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Yes, when you are dreaming, brain activity increases ( called the REM phase because of the effect of the increased neural activity: rapid eye movements ). You can tell this by looking at the EEG, from witch we can state that our brain is more active and therefore is consuming more energy, making the regenerative effect of the sleeping less efficient. ...


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It's possible that they do, depending on the intensity of the dream and the amount of brain activity. For example, if the dreamer is thinking too much or is having a dream that's way too intense, the brain activity goes up and they're not as rested. However, lucid dreaming can be good for sleep if the dreamer creates a more relaxed dream. This can ...


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Short answer External stimuli can drive autonomic responses. Background The autonomic nervous system is a visceral sensory and motor system. The viscera are the internal organs. Virtually all visceral reflexes are mediated by local circuits in the brain stem or spinal cord (Fig. 1). It is one of two major subdivisions of the nervous system; the other being ...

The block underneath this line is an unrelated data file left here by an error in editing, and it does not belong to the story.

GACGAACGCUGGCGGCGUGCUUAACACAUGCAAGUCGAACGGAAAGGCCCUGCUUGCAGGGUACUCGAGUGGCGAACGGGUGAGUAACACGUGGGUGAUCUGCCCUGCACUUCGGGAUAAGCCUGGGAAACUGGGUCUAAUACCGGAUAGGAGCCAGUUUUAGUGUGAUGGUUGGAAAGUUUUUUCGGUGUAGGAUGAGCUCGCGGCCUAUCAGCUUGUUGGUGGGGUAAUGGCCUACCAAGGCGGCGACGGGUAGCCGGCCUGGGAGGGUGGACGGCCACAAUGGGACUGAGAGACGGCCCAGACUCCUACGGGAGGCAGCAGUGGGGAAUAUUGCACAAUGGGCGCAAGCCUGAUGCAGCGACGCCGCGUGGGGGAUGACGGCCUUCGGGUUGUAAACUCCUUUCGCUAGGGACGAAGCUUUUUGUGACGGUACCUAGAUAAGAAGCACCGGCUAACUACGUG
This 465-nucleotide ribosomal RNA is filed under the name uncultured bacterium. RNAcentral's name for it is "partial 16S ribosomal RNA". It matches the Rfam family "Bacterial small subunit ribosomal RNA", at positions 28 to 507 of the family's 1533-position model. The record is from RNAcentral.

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Regeneration... What a lovely word since 2010 You could start with This text published on 2010 which shows how P21 and it's controller(P53 gene) could regulate regeneration of mammalians' body parts and within them is neurons too. Regeneration of a hole on ear of MRL mouse or p21 knockout one This event was accidentally observed ten years before the text ...


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Neural regeneration is addressed broadly in this chapter from a book published in 2013 (though I would say for a topic such as this, you're probably going to want to read primary literature or recent, less comprehensive reviews in addition to any book chapters published in the few years): Neural Regeneration by Melissa M. Steward, Akshayalakshmi Sridhar, ...



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